This month the world marks two key International Days: for the Eradication of Poverty on 17 October and for Disaster Reduction, four days earlier. It is no coincidence that they are profoundly connected.
Reducing risks related to disasters has never been so urgent—and the Latin America and the Caribbean region bears witness to this. Seven hurricanes have hit the Caribbean in the past five months, two of them as category 5, causing catastrophic damage, including in island nations that were barely recovering from another massive hurricane that struck one year ago. Also, two earthquakes rocked Mexico in September—with almost 5.000 aftershocks—while another powerful quake struck Ecuador in April 2016. In addition, both Colombia and Peru suffered major landslides in the past eight months.
The number of children, women and men killed is deeply saddening, especially in an era in which we have the knowledge to minimize loss of lives due to natural events. Yet, we keep experiencing tragedies. The fact is that natural disasters do not exist. Such phenomena become disasters when people, communities and societies are vulnerable to them. This, in turn, translates into losses—of lives and assets. And the poorest are the hardest hit.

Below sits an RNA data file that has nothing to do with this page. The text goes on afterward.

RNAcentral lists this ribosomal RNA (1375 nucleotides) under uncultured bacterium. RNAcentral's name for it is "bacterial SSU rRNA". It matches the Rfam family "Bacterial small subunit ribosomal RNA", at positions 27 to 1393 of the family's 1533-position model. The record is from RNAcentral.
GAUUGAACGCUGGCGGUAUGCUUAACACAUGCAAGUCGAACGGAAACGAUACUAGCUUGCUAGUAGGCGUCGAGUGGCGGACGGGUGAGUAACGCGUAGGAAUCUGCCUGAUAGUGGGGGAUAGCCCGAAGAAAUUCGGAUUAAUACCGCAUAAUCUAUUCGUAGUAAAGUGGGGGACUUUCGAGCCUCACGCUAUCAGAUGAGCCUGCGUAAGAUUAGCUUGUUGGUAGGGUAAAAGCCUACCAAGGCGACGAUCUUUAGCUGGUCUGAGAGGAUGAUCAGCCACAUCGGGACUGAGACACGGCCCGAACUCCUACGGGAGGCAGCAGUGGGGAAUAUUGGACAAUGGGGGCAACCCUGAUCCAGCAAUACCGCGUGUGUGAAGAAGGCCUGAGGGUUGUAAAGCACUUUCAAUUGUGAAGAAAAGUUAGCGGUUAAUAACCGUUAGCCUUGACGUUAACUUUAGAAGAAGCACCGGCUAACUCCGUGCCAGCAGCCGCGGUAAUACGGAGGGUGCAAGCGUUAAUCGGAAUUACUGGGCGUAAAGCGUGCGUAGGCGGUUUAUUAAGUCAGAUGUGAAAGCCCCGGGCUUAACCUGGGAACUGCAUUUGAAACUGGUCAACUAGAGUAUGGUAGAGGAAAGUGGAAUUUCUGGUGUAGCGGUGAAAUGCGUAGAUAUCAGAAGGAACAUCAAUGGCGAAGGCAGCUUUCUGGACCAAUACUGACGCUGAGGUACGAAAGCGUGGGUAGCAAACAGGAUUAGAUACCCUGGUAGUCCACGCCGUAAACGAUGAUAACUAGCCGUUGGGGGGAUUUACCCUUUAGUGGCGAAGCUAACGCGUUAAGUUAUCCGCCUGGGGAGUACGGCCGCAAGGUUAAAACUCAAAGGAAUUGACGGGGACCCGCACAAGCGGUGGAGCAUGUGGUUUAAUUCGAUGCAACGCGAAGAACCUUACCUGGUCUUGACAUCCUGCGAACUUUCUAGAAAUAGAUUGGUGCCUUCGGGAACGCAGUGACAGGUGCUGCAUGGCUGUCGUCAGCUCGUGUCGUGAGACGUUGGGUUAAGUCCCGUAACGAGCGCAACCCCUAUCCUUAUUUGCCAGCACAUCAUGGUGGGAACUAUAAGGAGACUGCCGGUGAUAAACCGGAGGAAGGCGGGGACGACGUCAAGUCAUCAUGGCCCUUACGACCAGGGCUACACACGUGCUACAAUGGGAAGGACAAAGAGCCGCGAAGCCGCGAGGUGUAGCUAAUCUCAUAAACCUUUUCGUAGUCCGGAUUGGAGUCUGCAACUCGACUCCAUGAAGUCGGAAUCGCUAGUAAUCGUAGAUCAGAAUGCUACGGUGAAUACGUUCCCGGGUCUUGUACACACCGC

On the one hand, poverty reduces people’s capacity to face and recover from disasters; on the other hand, disasters also hinder people’s ability to leave poverty behind.
That’s why if the world is to end poverty in all its forms by 2030 we must also boost resilience—in all its forms. This means the capacity to cope with shocks without major economic, social and environmental setbacks. A disaster of natural causes, a financial crisis, an economic slowdown or a health problem in the family can all cause people to fall into poverty—especially those who barely managed to leave it behind, as one of our recent UNDP report shows; unless a ‘cushion’ is in place to help absorb the impact, such as social protection systems or physical assets.